• The weight value indicates the weight of the motor. Note that we have four motors in our build, so we have to sum up for four times the weight of each motor.
  • The only time when you should worry about the length, shaft, or diameter is when you build your own frame and you have to drill some holes.
  • Lastly, the current and voltage will have an effect on the electronic speed controller (ESC), which will be mentioned later. For now, just keep in mind that we have to choose the appropriate ESC according to the current and voltage.

Choosing a motor

The first thing that we should ask ourselves is about the total weight that we are expecting to lift with our quadcopter. At first, it is difficult to calculate the weight as we have no idea how much it is; so usually, we choose all the parts apart from the motor and estimate a possible total weight.

Since the weight factor must be eliminated by the total thrust the quadcopter produces, it is important to choose a motor that has the desired thrust. Generally, motors should provide a thrust that is two times the weight. It ensures that the quadcopter has the best balance over those factors. Note that it is important to keep the balance. In other words, if the weight is too little or too much, compared to the thrust, the quadcopter will either have extreme sensitivity to all its maneuvers or it will not lift at all, respectively.

Motors that fit your needs can be found in the market. However, it is mandatory to keep in mind that more weight, even if your motor can eliminate it, means reduced flight time. After all, it's all about the stability and flight time.

Choosing an appropriate propeller

A quadcopter uses two clockwise and two counterclockwise propellers. They are usually classified by their length and pitch. For example, 10×4.5 propellers are 10 inch long and have a pitch of 4.5. There are two factors that characterize a propeller, dimension and material.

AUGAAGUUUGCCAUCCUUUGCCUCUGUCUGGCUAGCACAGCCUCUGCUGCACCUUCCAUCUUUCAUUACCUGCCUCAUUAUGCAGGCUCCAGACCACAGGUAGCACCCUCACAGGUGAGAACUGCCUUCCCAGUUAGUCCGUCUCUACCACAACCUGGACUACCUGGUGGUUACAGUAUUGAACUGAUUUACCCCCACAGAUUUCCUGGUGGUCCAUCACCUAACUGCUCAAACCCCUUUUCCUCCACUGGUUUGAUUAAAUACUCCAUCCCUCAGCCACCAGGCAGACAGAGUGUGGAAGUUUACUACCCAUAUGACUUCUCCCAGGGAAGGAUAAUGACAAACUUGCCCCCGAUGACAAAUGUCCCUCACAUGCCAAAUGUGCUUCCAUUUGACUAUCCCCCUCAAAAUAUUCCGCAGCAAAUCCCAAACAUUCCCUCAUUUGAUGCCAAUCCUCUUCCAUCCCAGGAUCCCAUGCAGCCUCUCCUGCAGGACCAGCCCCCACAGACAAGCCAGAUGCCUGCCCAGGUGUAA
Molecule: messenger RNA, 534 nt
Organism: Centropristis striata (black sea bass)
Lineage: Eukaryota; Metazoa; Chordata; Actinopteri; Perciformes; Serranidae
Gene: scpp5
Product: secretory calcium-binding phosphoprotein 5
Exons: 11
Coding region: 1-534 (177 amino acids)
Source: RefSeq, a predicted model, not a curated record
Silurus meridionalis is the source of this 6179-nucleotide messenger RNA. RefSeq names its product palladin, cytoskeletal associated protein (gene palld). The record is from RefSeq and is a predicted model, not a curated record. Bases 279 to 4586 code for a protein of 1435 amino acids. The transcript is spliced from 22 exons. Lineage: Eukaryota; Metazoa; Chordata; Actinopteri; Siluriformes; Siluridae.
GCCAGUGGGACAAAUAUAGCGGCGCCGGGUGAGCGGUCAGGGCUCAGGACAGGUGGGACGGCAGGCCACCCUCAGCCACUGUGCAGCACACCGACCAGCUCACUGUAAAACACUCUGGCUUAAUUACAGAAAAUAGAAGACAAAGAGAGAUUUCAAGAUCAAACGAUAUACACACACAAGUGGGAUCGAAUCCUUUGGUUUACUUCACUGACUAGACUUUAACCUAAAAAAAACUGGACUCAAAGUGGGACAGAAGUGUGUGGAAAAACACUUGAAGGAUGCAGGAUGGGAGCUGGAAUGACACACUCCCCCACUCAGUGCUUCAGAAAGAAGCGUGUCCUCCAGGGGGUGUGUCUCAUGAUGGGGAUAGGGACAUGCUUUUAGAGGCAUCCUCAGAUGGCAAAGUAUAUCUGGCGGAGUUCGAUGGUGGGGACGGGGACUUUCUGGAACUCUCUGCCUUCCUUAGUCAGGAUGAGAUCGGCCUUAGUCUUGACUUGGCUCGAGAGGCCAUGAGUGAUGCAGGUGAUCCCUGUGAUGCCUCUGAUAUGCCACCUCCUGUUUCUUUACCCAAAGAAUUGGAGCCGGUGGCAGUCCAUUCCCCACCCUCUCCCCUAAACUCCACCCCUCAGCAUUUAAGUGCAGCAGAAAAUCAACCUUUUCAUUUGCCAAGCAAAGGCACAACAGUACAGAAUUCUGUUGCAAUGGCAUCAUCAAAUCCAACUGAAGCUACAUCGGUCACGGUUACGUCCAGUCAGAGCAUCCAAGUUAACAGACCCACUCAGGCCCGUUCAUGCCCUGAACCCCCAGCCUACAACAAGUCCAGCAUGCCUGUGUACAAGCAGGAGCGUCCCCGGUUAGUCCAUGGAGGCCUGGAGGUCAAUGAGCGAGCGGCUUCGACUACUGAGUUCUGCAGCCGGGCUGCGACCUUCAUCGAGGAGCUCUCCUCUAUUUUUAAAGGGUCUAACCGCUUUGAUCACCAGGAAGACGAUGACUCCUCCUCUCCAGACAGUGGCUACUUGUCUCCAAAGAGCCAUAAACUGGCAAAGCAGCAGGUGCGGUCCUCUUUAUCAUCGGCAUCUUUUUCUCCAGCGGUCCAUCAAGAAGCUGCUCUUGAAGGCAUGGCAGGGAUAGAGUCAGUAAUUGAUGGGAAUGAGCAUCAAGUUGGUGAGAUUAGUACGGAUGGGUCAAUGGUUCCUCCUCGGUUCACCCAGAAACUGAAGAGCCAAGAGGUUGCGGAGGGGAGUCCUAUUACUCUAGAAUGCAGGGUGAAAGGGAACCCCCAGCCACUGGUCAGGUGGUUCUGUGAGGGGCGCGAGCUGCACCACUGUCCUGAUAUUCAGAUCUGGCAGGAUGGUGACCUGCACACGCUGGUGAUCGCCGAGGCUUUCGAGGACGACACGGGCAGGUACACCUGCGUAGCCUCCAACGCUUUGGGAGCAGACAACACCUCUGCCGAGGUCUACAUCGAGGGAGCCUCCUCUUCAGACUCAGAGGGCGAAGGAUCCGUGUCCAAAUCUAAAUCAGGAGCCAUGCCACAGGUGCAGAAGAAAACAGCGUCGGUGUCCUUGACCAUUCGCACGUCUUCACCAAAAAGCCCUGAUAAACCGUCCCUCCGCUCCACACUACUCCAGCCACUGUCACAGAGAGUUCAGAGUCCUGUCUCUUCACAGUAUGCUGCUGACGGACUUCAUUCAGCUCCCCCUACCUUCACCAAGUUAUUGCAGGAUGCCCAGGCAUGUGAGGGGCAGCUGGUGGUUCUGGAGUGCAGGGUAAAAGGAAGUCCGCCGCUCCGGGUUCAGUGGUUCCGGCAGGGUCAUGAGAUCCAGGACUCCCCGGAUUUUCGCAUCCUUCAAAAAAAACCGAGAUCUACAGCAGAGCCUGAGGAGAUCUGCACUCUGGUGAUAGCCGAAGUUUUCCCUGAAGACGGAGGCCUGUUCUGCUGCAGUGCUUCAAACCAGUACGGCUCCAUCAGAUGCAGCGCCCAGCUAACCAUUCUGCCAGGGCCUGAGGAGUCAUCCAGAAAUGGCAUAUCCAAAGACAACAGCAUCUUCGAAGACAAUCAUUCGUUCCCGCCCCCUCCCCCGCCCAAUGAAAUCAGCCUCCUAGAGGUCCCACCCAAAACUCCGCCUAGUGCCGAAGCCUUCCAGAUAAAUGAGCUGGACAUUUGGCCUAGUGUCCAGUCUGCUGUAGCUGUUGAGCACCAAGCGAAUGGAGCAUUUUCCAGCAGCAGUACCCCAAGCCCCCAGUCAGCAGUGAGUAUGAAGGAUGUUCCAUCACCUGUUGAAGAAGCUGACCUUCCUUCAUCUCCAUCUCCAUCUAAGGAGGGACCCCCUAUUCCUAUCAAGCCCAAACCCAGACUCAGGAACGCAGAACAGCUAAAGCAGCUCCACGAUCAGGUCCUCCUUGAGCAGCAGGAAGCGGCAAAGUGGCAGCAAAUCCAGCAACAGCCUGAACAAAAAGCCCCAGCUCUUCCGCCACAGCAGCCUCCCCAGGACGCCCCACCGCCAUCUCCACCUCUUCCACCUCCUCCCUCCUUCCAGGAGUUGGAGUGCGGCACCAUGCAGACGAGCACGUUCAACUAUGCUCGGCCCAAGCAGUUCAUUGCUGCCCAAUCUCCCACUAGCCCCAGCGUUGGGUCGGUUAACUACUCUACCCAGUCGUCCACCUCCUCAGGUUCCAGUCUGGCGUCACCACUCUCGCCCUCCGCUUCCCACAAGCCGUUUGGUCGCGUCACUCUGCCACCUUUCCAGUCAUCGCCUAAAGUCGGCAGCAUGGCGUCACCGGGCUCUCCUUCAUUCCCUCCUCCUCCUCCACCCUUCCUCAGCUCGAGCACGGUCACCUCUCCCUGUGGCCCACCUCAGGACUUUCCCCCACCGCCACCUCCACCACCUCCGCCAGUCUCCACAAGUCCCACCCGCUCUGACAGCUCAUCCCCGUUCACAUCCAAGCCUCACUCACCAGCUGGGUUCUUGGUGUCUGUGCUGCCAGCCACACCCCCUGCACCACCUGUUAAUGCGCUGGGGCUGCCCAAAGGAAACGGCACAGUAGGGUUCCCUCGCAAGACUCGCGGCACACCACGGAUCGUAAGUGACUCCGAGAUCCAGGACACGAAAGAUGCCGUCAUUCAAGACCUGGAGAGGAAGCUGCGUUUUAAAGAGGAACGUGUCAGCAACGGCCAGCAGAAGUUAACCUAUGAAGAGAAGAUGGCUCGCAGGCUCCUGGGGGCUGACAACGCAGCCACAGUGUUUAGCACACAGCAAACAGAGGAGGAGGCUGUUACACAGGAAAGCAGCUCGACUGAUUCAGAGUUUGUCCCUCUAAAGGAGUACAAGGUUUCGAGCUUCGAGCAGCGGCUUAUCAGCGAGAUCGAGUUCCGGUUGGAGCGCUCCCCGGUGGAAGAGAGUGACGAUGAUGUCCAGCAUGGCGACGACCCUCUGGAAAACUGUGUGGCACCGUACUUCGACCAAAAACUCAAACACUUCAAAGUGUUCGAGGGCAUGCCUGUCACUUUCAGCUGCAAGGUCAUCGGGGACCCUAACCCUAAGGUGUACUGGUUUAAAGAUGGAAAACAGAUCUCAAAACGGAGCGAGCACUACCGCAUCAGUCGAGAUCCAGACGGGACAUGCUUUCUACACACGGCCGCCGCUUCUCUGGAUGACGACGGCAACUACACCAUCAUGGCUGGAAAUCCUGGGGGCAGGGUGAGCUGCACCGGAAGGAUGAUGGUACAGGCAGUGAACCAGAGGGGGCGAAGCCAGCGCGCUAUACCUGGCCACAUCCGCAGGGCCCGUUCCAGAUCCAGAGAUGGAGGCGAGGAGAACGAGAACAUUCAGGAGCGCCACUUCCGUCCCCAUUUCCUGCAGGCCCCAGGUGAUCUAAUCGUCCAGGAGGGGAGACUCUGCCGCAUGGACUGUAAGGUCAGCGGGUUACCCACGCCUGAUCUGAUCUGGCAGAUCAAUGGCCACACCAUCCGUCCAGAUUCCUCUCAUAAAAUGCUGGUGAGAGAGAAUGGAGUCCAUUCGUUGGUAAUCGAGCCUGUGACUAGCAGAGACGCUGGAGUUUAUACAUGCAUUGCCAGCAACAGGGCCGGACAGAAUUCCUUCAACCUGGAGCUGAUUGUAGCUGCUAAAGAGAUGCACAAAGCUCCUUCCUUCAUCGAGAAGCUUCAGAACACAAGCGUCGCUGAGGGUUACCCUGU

Choosing the right dimension

When choosing a propeller dimension, you need to find a good balance between the length and pitch. For quadcopters that do acrobatics or fly in races, we need acceleration and this means that we need torque. So, you will need propellers with small pitch and high KV motors; so that you have more RPMs and a higher torque. As a result, your quadcopter will have more acceleration and eventually will be faster.

On the other hand, for larger quadcopters that carry payloads such as a camera, large propellers and low KV motors tend to be the best choice. These have rotational momentum and easily maintain your aircraft's stability.

Choosing the right material

There are different types of propellers, such as plastic, carbon fiber, and more. The plastic propellers are cheaper and more flexible. This means that there will be more blade flapping, which will make your quadcopter more unsteady; this is something that we don't want. However, in the worst case scenario, if you have an accident with that propeller, you will not have a big injury. Also, when plastic hits an object it may not get damaged. On the other hand, carbon fiber propellers have lesser blade flapping because they are harder. If a spinning carbon fiber propeller touches your skin, it will be a big injury, so you may have to protect your propellers somehow.